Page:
However you can overcome this as you can download updates for pro evo 4 from the internet and save them to special ps2 USB's that can be inserted into the playstation 2 (I have a slimline and it has usb ports)(they only work with special USB's)
I have scored from the halfway line with Zidane, I managed to do the same penalty kick he did in the world cup with Zidane (and the game was made much before the world cup). Zidane is annoying to play with, he's good at shooting but sucks at running, Henry, Rhonaldinho (as he's called in this game), Ronaldo and the likes are great players.
Christiano Ronaldo is nothing special in the game (as he is special in real life), Michael Owen is one of the fastest runners in the game if not the fastest so is great for penetrating defences. (plays for Real Madrid in game) (so is fairly up to date)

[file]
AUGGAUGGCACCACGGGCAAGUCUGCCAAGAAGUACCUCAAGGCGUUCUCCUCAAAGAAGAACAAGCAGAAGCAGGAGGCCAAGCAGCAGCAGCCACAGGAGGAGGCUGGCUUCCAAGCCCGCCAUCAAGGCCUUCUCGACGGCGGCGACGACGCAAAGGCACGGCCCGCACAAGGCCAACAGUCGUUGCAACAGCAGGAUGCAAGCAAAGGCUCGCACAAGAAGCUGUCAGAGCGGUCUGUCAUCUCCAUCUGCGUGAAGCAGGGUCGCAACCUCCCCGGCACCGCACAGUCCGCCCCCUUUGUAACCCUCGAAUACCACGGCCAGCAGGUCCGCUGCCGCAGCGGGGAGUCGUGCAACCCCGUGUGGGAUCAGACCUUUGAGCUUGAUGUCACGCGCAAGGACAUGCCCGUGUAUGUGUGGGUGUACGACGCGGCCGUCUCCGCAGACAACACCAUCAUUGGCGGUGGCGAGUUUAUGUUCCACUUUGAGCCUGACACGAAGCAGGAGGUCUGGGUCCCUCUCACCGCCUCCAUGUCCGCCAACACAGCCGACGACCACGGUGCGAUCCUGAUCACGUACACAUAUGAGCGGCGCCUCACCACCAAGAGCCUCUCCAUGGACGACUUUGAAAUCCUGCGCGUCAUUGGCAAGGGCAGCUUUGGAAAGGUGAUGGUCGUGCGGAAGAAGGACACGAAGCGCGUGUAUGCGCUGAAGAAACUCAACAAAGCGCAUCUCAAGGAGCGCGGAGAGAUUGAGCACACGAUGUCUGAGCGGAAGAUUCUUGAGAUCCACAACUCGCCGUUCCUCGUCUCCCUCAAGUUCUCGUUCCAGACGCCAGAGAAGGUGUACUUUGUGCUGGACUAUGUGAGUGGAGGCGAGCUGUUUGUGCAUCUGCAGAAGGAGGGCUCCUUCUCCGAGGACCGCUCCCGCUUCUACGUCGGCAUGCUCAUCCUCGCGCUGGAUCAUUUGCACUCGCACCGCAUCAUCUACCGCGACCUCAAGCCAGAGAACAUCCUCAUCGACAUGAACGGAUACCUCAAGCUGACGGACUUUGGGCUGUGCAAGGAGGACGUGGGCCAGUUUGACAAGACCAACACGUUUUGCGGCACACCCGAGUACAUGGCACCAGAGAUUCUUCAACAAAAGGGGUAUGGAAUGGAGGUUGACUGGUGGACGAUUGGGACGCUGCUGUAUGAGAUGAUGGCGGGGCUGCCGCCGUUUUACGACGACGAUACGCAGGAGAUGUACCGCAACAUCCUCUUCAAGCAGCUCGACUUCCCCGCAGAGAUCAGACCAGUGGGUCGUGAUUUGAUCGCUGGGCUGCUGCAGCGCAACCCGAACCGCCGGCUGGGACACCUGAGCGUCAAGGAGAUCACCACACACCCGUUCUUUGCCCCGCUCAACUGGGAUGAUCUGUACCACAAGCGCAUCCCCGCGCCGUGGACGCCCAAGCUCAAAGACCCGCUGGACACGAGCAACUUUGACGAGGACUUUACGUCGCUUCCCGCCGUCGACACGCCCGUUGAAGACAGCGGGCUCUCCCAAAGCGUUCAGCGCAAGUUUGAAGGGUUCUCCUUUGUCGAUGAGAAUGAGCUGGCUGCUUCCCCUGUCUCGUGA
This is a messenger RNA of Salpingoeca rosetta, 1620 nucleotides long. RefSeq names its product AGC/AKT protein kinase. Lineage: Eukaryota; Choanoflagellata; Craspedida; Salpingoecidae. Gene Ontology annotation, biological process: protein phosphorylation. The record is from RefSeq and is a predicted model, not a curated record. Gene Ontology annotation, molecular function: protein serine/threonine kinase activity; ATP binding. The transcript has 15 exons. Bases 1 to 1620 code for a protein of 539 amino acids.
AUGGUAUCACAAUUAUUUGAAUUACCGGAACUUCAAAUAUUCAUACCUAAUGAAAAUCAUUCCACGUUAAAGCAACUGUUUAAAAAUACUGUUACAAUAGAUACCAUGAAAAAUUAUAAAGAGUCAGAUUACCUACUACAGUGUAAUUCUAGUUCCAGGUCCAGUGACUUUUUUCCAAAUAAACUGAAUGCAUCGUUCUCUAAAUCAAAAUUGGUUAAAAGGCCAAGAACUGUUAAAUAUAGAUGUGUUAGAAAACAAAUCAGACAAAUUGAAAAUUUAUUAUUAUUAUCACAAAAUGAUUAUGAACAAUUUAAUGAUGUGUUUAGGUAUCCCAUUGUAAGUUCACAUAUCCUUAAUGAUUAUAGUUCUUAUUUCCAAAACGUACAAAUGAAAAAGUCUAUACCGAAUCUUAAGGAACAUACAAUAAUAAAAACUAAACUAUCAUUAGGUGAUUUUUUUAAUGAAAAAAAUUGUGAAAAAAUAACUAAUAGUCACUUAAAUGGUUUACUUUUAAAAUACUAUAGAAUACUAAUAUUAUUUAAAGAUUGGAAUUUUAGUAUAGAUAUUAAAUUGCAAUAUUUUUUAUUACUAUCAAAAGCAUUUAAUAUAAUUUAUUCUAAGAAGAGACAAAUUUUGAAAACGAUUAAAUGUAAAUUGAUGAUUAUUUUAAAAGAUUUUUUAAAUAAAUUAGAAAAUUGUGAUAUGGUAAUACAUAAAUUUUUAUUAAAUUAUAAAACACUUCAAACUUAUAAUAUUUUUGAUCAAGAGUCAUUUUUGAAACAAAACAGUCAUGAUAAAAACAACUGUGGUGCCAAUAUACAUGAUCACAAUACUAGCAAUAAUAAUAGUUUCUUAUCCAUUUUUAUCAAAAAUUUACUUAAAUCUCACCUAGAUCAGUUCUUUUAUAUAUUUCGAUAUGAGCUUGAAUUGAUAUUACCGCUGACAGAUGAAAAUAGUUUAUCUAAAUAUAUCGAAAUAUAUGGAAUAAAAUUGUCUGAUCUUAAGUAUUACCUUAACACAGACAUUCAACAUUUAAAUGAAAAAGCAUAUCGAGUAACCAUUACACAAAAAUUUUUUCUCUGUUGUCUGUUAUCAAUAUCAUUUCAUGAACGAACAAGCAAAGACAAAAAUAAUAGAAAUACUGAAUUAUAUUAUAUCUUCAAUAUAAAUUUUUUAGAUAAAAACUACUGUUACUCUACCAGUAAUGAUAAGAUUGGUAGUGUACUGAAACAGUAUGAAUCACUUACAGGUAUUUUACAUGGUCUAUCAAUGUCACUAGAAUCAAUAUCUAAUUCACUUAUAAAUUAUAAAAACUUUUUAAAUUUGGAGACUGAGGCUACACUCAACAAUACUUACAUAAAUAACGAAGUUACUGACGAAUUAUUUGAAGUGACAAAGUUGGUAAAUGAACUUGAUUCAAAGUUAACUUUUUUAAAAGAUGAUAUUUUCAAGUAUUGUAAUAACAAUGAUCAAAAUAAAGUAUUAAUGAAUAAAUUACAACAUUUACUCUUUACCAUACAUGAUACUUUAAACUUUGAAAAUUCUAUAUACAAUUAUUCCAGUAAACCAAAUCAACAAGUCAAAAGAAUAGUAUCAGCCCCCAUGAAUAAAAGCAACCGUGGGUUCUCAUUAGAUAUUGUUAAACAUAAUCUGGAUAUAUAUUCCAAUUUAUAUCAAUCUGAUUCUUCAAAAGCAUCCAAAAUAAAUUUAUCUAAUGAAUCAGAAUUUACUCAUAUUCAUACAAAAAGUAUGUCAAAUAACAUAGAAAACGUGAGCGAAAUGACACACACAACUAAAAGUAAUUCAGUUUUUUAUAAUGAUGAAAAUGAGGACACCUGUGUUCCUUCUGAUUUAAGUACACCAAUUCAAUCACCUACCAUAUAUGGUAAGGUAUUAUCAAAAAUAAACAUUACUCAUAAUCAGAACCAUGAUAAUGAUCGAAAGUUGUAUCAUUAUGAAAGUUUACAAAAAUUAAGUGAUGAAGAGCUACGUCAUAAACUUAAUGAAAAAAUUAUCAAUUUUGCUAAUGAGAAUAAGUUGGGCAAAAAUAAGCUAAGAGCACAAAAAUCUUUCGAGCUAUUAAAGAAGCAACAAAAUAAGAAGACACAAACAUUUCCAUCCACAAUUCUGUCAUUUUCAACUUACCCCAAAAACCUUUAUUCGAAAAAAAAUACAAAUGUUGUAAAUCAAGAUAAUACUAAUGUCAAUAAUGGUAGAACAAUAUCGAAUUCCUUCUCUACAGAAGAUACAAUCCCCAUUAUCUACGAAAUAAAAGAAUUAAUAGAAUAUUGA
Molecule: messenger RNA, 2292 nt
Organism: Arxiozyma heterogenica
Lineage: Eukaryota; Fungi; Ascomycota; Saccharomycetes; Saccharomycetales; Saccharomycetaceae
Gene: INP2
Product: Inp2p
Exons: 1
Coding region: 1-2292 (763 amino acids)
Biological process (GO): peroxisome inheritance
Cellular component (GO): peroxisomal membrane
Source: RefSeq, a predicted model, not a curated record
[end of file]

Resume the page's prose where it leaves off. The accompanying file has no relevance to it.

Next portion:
Pro evo 7 is out - from the Japanese copy of pro evo called winning eleven. The latest winning eleven game is rated the best football game ever, havent played it yet, dont know how ill get a copy but hell im going to try!
(i think its called winning eleven 2008)
26th october 2007 is the official release date of the real pro evolution soccer 2007. Whether it will be as good as 4....we'll have to wait and see!
I want them to make available and indoor stadium, that would be so much fun!
p.s. I played pro evo 6 on the pc i thought it was better than the xbox 360 version...hmmm
Since this game was released there have been 2 more Pro Evo's come out however although each one has been more complicated and in depth than it's predecessor each one has got gradually less fun. Pro Evo 4 (PE4) I believe is still used in competitions to this day as it is very easy to pick up and very hard to put down.